An interview with Roshan Seth on Channel 4 TV’s “Indian Summers”

Roshan Seth who plays Darius Dalal’s interview for Indian Summers is revealed here. Darius is Aafrin’s father. He is a kind and liberal family man. Darius was injured in the Great War and has since been unable to work. Darius is an Anglophile, which is the cause of many arguments with his rebellious daughter’s pro-independence views.

How would you describe Darius?

I’ve always enjoyed playing the quotidian character, because I believe all of life is in that nothingness: getting up, having breakfast, going to work, coming home. We first meet him doing a puzzle of London in the fog – a picture of Big Ben and so on. He was in the Mule Corps at Gallipoli, during World War One, and was invalided out.

Darius is a Parsi: what was their attitude towards the British?

The Parsis found themselves in a tight spot as independence approached, trapped between the Indians and the British. They’ve been in India for thousands of years after escaping persecution in Persia, so they’re survivors by nature. Their way to survive in India became aping the British, behaving like them, taking on British manners and talking their language. They were considered pro-British by the majority of Indians and particularly by nationalists. They were unpopular, and unsure who to align themselves with. The British were leaving, so what they liked about them wasn’t going to be much use any more, while the Indians were about to take over so they needed to get into bed with them. That was an important political dilemma and remains one throughout the series.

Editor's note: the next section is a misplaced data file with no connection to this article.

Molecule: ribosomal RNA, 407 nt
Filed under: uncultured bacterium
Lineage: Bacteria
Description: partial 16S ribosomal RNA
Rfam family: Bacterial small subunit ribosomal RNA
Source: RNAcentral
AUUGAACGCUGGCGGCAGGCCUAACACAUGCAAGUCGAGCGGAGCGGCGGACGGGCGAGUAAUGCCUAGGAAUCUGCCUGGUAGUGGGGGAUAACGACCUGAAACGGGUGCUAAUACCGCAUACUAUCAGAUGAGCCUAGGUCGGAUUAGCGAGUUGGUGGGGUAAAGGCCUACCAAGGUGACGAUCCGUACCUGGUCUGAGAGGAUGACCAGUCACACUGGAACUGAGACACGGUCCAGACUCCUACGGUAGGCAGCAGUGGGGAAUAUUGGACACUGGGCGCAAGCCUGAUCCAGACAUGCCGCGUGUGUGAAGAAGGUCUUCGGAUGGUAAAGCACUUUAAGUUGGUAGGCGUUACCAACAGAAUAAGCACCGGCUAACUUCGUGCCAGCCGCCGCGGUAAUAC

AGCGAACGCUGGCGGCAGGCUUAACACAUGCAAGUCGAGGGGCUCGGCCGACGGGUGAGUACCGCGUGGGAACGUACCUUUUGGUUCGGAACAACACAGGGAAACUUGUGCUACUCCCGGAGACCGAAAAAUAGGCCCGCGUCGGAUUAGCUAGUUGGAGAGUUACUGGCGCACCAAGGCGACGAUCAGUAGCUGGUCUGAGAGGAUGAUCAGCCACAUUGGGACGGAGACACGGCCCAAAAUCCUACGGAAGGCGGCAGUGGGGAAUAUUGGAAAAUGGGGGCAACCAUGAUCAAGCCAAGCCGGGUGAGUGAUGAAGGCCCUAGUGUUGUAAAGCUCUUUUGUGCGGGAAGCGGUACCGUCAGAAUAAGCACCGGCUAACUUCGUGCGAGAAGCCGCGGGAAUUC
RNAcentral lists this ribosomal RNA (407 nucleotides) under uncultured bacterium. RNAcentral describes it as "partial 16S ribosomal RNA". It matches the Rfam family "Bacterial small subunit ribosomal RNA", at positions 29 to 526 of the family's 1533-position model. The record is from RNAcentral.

Is Darius forced to be more pragmatic than he might like?

I suppose so. He admires the British and what they stand for. He says that “we owe a great deal to the British” – I’m old enough to remember people saying that in my life. There are cross-currents in his family: his son has a job with the Indian Civil Service and his daughter is a budding nationalist. He’s very proud of them both and thinks he has great integrity, but he’s trapped. His wife is pretty neutral but acts as a guardian of Parsi culture, disapproving of his son’s romance with a Hindu girl.

How does Indian Summers differ from other dramas about the Raj?

It tells stories about people that tend to get ignored. The sort of stories that British audiences have seen about India have been about Viceroys and people with their noses literally up in the air. Indian Summers is about the people on the next rung or two down the social ladder – ordinary people on both sides. I haven’t seen that before. But the great theme is survival: it’s the classic tangled web. It’s seldom an actor gets to work with such lovely material.

What does it tell us about modern-day India?

India is deeply wrapped up in itself, wondering where it needs to go and how. If India can’t explain itself to itself, nobody can! But I think there are lessons [in Indian Summers] for all of us as human beings. It’s a wonderfully nuanced work of art. It makes you look at who you are and what’s wrong with you, where your prejudices lie.

Did your family have an active role in the Independence movement?

No, but we knew Congress-people who were associated with it. We were brought up without religion and my father always said, choose the best from all cultures. I was born in ’42, and there wasn’t much talk about it [nationalism] in my childhood, though I did sense it in the air.